The British Parliament approved a new policy on Wednesday that will allow horizontal shale gas drilling beneath national parks and other protected areas.
According to the BBC, members of parliament voted 298 to 261 in favor of allowing unconventional gas drilling up to 3,937 feet below national parks and other protected sites.
The new policy will allow shale drillers to use horizontal drills to access shale reserves that sit underneath the country’s national parks.
However, the shale wellheads must still be located outside of protected areas, Retuers said.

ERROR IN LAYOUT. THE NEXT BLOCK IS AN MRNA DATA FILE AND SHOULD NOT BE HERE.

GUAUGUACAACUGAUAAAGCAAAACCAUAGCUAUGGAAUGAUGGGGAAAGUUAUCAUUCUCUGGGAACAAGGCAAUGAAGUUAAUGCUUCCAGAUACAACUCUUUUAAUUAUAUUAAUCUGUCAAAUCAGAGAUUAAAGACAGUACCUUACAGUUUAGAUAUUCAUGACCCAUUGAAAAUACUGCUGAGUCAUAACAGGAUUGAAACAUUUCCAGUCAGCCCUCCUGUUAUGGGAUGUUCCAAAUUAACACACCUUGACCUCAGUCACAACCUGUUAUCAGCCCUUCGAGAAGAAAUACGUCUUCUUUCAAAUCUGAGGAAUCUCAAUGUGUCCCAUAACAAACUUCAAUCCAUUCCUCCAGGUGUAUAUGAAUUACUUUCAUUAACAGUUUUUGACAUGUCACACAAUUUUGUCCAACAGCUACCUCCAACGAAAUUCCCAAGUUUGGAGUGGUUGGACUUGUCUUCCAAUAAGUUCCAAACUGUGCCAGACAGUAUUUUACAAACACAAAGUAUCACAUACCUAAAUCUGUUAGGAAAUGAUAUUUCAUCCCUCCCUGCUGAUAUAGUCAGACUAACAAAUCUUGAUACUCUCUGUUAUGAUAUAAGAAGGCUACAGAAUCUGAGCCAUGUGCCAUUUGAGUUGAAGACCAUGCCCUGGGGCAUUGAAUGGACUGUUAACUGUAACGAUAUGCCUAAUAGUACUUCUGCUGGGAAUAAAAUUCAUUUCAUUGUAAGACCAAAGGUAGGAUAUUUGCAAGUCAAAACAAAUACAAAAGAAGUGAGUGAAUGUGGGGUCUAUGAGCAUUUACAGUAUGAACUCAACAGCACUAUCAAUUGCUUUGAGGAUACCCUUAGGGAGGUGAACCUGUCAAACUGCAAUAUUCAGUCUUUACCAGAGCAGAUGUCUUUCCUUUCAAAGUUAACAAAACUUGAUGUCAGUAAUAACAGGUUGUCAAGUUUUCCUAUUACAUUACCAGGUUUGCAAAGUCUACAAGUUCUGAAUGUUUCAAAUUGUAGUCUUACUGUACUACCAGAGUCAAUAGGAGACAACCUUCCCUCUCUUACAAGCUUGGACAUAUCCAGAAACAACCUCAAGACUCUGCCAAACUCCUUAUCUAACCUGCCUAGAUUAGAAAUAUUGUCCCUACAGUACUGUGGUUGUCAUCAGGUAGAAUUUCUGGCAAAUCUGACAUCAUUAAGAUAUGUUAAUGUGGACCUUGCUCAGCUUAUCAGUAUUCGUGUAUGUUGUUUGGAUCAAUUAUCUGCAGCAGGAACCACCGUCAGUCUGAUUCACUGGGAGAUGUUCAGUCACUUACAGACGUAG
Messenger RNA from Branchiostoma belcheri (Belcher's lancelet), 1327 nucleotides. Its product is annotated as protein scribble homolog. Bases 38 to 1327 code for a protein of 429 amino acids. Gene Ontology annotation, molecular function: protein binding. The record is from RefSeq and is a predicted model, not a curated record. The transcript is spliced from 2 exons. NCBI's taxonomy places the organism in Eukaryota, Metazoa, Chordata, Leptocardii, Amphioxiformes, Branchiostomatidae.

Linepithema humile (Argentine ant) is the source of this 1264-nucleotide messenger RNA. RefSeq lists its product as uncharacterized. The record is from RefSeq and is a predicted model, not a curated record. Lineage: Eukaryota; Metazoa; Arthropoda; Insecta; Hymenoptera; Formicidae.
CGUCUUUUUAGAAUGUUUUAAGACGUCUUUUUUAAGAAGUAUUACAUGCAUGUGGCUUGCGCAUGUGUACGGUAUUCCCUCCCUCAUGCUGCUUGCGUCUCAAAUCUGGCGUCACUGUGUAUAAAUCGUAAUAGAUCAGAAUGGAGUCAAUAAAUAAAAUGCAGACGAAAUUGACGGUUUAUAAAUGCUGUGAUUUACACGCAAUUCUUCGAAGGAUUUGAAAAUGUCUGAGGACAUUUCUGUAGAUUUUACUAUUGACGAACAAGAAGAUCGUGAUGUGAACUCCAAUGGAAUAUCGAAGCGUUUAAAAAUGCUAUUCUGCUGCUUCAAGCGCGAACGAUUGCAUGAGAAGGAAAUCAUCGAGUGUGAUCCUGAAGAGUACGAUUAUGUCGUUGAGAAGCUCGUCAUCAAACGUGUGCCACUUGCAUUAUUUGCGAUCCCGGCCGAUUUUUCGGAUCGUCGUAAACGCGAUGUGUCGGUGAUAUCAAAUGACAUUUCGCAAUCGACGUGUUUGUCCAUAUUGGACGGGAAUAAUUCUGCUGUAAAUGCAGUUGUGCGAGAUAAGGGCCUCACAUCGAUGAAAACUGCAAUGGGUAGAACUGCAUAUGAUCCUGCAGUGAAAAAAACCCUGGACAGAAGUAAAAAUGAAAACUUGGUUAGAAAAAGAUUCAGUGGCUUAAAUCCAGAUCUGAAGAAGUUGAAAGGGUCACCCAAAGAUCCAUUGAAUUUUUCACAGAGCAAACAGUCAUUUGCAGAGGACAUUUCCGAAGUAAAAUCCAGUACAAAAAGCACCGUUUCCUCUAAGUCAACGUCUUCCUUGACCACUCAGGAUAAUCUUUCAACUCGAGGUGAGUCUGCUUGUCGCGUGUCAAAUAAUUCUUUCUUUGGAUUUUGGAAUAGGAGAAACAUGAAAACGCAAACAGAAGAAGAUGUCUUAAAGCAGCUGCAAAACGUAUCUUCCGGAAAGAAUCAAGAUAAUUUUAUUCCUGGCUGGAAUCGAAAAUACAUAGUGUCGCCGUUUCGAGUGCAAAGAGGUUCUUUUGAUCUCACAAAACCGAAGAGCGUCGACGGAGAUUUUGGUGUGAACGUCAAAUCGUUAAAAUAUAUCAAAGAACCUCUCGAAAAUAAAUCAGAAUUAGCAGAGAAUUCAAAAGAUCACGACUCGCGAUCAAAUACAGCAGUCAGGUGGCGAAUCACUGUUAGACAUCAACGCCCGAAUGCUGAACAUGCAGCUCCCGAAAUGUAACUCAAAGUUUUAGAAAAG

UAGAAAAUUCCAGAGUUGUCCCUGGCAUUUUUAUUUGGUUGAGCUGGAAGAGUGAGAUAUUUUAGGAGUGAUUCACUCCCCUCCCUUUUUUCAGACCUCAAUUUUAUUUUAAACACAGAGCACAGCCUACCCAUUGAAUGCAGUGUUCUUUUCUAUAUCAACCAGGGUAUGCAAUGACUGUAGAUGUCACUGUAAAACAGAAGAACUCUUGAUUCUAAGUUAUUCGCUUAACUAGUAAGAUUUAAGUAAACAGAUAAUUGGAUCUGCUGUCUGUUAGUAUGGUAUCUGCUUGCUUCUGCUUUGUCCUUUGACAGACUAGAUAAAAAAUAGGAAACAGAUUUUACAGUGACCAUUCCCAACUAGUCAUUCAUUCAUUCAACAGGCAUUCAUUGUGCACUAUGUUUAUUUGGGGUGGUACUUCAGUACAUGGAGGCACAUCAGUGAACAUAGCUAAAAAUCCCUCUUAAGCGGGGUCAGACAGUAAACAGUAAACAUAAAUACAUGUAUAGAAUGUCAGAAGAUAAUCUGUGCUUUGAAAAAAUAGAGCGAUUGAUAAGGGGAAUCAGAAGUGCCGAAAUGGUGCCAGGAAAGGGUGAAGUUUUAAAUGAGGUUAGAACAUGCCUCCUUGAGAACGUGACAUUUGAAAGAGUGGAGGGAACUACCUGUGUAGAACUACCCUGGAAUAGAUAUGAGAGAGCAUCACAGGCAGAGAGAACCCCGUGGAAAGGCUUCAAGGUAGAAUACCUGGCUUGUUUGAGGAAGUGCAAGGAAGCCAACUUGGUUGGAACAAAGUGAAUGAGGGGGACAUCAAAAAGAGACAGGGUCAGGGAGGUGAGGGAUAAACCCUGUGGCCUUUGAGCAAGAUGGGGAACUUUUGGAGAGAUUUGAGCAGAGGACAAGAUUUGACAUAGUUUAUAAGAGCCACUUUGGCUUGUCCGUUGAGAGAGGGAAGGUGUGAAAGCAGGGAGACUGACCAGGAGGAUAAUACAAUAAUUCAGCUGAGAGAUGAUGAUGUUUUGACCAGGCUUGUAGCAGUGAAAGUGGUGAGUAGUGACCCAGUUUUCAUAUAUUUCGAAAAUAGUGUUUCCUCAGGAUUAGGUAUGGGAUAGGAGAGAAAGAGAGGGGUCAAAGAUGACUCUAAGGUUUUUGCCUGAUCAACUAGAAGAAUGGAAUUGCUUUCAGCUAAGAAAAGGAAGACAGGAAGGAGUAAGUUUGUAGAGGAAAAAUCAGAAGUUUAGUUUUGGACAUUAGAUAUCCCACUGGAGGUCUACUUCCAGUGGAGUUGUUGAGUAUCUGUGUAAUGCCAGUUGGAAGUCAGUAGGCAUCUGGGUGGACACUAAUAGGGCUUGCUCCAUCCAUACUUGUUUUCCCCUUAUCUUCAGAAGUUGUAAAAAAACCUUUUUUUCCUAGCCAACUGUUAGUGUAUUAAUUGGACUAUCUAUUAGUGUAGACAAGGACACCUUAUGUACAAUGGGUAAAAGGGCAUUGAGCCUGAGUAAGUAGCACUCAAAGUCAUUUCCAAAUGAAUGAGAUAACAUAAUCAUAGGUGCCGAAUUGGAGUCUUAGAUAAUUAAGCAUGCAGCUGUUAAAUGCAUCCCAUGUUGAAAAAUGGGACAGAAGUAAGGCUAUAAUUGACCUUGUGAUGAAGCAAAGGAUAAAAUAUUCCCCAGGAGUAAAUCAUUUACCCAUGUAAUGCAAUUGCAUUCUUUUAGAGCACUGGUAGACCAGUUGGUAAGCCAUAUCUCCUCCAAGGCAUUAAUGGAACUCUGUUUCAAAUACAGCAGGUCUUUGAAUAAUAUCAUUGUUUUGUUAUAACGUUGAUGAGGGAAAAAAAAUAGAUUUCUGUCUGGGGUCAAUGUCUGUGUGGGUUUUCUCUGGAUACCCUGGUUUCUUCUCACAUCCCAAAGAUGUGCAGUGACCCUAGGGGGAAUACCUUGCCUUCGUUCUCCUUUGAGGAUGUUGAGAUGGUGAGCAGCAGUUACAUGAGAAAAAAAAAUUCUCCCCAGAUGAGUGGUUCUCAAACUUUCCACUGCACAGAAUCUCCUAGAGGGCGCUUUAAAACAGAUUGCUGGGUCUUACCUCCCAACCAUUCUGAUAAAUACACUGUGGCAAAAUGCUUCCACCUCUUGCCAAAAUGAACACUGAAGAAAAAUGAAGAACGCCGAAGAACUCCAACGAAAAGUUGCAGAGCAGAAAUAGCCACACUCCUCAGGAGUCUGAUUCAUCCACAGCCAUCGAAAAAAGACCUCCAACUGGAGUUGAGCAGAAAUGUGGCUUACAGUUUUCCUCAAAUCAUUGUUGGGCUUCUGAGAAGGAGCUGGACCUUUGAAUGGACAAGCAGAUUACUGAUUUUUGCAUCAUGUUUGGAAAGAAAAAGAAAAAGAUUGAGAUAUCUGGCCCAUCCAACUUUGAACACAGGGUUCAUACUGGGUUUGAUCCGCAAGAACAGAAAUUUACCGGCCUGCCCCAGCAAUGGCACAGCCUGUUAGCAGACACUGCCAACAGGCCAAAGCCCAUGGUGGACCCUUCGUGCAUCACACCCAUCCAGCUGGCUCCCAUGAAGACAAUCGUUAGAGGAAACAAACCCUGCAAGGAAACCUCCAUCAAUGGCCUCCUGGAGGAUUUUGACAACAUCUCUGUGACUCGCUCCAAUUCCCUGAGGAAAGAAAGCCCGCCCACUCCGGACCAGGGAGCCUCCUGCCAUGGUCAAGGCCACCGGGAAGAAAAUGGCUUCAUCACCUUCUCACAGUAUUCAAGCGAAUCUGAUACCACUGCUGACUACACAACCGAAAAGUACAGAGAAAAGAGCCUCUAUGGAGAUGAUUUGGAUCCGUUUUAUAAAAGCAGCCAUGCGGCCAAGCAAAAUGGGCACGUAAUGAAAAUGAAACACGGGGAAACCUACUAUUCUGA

Drillers will now be allowed to access reserves that sit beneath national parks, Areas of Outstanding National Beauty, the Norfolk and Suffolk Broads and World Heritage Sites, the BBC said.
However, sits of Special Scientific Interest were not mentioned in the proposal.
“The UK has one of the best track records in the world for protecting our environment while developing our industries – these regulations will get this vital industry moving while protecting our environment and people,” a Department of Energy and Climate Change spokesman told the BBC.
The approval comes nearly a year after the British government agreed to ban unconventional drilling in national parks but rejected calls for a countrywide moratorium.
According to the U.S. Energy Administration, the UK has about 25.8 trillion cubic feet in unproved technically recoverable wet shale gas reserves.